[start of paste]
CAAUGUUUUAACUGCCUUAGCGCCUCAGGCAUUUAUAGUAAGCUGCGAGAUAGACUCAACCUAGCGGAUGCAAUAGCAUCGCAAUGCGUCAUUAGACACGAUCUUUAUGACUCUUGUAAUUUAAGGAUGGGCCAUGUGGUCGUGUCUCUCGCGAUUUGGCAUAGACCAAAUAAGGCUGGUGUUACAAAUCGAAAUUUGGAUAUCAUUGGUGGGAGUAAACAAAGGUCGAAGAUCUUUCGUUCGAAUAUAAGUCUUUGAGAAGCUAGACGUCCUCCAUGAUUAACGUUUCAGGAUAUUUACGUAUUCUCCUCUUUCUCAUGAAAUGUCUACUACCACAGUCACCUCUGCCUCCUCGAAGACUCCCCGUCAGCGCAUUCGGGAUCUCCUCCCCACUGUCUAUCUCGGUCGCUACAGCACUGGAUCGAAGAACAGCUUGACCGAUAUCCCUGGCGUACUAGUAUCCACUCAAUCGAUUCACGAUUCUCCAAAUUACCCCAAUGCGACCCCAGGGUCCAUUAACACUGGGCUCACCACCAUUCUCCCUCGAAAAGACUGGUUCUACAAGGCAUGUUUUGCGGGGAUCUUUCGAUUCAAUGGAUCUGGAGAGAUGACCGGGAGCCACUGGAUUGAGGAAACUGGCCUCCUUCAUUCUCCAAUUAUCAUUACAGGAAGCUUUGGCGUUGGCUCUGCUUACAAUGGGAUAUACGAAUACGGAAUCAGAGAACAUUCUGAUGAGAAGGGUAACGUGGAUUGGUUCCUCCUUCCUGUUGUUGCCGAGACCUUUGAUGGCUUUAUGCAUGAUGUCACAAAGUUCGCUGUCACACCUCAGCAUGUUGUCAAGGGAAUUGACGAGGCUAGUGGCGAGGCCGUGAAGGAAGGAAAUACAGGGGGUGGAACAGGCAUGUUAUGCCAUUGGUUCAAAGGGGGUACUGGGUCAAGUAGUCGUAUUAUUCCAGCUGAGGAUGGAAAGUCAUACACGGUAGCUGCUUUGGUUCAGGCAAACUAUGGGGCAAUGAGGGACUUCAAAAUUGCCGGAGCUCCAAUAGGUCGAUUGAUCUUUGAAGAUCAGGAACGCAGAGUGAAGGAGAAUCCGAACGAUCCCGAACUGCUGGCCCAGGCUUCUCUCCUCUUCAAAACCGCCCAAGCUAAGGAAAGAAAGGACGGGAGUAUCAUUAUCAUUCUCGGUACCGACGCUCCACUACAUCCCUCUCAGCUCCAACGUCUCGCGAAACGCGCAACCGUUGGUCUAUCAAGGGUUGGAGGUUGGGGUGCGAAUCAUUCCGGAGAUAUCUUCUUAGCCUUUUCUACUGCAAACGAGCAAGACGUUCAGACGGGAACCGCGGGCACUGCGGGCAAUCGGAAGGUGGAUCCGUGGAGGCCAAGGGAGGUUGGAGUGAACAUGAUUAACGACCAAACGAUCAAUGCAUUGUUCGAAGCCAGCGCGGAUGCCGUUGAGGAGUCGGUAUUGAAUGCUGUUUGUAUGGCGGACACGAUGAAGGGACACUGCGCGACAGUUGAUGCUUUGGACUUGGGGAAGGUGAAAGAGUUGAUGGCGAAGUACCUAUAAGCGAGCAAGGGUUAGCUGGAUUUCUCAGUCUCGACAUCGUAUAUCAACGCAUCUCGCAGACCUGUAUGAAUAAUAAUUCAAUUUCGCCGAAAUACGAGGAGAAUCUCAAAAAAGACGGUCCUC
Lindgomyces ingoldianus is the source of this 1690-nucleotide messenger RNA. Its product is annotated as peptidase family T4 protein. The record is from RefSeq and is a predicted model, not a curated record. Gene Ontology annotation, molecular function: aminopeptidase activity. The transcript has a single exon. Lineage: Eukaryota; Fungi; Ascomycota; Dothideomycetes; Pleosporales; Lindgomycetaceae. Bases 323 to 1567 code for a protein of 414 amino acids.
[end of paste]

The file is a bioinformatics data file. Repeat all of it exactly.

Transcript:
CAAUGUUUUAACUGCCUUAGCGCCUCAGGCAUUUAUAGUAAGCUGCGAGAUAGACUCAACCUAGCGGAUGCAAUAGCAUCGCAAUGCGUCAUUAGACACGAUCUUUAUGACUCUUGUAAUUUAAGGAUGGGCCAUGUGGUCGUGUCUCUCGCGAUUUGGCAUAGACCAAAUAAGGCUGGUGUUACAAAUCGAAAUUUGGAUAUCAUUGGUGGGAGUAAACAAAGGUCGAAGAUCUUUCGUUCGAAUAUAAGUCUUUGAGAAGCUAGACGUCCUCCAUGAUUAACGUUUCAGGAUAUUUACGUAUUCUCCUCUUUCUCAUGAAAUGUCUACUACCACAGUCACCUCUGCCUCCUCGAAGACUCCCCGUCAGCGCAUUCGGGAUCUCCUCCCCACUGUCUAUCUCGGUCGCUACAGCACUGGAUCGAAGAACAGCUUGACCGAUAUCCCUGGCGUACUAGUAUCCACUCAAUCGAUUCACGAUUCUCCAAAUUACCCCAAUGCGACCCCAGGGUCCAUUAACACUGGGCUCACCACCAUUCUCCCUCGAAAAGACUGGUUCUACAAGGCAUGUUUUGCGGGGAUCUUUCGAUUCAAUGGAUCUGGAGAGAUGACCGGGAGCCACUGGAUUGAGGAAACUGGCCUCCUUCAUUCUCCAAUUAUCAUUACAGGAAGCUUUGGCGUUGGCUCUGCUUACAAUGGGAUAUACGAAUACGGAAUCAGAGAACAUUCUGAUGAGAAGGGUAACGUGGAUUGGUUCCUCCUUCCUGUUGUUGCCGAGACCUUUGAUGGCUUUAUGCAUGAUGUCACAAAGUUCGCUGUCACACCUCAGCAUGUUGUCAAGGGAAUUGACGAGGCUAGUGGCGAGGCCGUGAAGGAAGGAAAUACAGGGGGUGGAACAGGCAUGUUAUGCCAUUGGUUCAAAGGGGGUACUGGGUCAAGUAGUCGUAUUAUUCCAGCUGAGGAUGGAAAGUCAUACACGGUAGCUGCUUUGGUUCAGGCAAACUAUGGGGCAAUGAGGGACUUCAAAAUUGCCGGAGCUCCAAUAGGUCGAUUGAUCUUUGAAGAUCAGGAACGCAGAGUGAAGGAGAAUCCGAACGAUCCCGAACUGCUGGCCCAGGCUUCUCUCCUCUUCAAAACCGCCCAAGCUAAGGAAAGAAAGGACGGGAGUAUCAUUAUCAUUCUCGGUACCGACGCUCCACUACAUCCCUCUCAGCUCCAACGUCUCGCGAAACGCGCAACCGUUGGUCUAUCAAGGGUUGGAGGUUGGGGUGCGAAUCAUUCCGGAGAUAUCUUCUUAGCCUUUUCUACUGCAAACGAGCAAGACGUUCAGACGGGAACCGCGGGCACUGCGGGCAAUCGGAAGGUGGAUCCGUGGAGGCCAAGGGAGGUUGGAGUGAACAUGAUUAACGACCAAACGAUCAAUGCAUUGUUCGAAGCCAGCGCGGAUGCCGUUGAGGAGUCGGUAUUGAAUGCUGUUUGUAUGGCGGACACGAUGAAGGGACACUGCGCGACAGUUGAUGCUUUGGACUUGGGGAAGGUGAAAGAGUUGAUGGCGAAGUACCUAUAAGCGAGCAAGGGUUAGCUGGAUUUCUCAGUCUCGACAUCGUAUAUCAACGCAUCUCGCAGACCUGUAUGAAUAAUAAUUCAAUUUCGCCGAAAUACGAGGAGAAUCUCAAAAAAGACGGUCCUC
Lindgomyces ingoldianus is the source of this 1690-nucleotide messenger RNA. Its product is annotated as peptidase family T4 protein. The record is from RefSeq and is a predicted model, not a curated record. Gene Ontology annotation, molecular function: aminopeptidase activity. The transcript has a single exon. Lineage: Eukaryota; Fungi; Ascomycota; Dothideomycetes; Pleosporales; Lindgomycetaceae. Bases 323 to 1567 code for a protein of 414 amino acids.